“The episodes are unscripted in my house as well as in real people’s homes and have begun airing on Abu Dhabi TV. One episode is entirely in English as people are multicultural,” she says.
“I was already volunteering my time and efforts to help people in the community and to help our neighbors … because we are all obviously going through the same thing.”
Zakaria, a mother of three and grandmother of four, grew up in the UAE but attended foreign schools.
“I went to private British schools and then continued my studies in New York. So actually, we speak more fluent English than we do our mother tongue, Arabic.”
Zakaria says: “I’m the first Emirati certified coach in the Middle East and one of the first women” in the field in which she has worked 16 years.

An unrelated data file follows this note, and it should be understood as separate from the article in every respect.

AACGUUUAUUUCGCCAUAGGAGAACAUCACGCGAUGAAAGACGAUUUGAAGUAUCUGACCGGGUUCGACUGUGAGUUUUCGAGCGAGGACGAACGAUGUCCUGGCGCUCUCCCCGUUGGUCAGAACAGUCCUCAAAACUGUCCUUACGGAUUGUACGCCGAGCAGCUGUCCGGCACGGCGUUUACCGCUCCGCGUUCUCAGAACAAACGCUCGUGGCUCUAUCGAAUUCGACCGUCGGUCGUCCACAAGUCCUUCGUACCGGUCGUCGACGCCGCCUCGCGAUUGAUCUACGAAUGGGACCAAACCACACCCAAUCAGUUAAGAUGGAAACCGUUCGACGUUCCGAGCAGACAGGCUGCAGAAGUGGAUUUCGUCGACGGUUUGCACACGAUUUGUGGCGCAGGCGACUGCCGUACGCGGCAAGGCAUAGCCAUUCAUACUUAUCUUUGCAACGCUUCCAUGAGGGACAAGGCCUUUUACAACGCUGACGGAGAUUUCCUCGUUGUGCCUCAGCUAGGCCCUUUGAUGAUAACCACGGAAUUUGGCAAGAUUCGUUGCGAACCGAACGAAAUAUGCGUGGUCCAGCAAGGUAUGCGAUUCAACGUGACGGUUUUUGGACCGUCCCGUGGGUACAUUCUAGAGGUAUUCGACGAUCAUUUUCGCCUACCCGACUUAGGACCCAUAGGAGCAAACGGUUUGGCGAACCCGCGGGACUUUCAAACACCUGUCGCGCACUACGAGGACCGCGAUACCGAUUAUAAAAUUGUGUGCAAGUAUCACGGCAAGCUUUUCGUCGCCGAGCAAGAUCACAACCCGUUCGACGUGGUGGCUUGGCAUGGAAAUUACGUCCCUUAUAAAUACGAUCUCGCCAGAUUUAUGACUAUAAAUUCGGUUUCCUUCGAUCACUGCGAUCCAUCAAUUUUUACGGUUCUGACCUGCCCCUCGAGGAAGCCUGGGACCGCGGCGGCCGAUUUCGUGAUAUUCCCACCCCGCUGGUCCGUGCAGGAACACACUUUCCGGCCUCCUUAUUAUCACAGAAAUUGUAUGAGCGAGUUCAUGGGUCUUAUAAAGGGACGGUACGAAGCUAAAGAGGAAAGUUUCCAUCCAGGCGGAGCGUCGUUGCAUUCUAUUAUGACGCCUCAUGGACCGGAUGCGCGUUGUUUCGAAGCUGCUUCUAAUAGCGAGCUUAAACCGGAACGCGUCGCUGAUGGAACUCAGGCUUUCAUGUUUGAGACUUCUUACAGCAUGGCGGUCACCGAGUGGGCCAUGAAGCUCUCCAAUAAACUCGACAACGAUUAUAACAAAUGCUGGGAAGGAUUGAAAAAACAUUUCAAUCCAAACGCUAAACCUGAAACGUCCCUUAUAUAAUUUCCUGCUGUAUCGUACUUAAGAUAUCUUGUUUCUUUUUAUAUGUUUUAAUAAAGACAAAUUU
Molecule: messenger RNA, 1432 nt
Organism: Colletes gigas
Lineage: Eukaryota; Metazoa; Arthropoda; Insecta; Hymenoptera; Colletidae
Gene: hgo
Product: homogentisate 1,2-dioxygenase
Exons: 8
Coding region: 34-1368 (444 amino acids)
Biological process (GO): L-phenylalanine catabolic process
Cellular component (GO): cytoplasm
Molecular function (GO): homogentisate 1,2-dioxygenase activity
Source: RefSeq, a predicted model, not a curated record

Zakaria shared her story with the women’s forum. When she finished her leadership program in Spain 10 years ago, she read Emery Reves’ Anatomy of Peace, a book that touched on the Middle East conflict and suggested putting people in a classroom to facilitate communication and trust. People from conflicting places ended up becoming friends and seeing the other’s perspective.
“I remember reading the book and saying, ‘My God, can you imagine if we actually have this happen? My first encounter with a Jewish friend was in a small college called Wagner that I attended in 1985 before attending Pace University,” she says.
“We used to have engaging conversations, trying to get to know each other culturally and [our] backgrounds. And he was equally as curious [about me] as I was about him. It was such a nice and important moment for me because it was the first time to ever meet somebody who was Jewish.”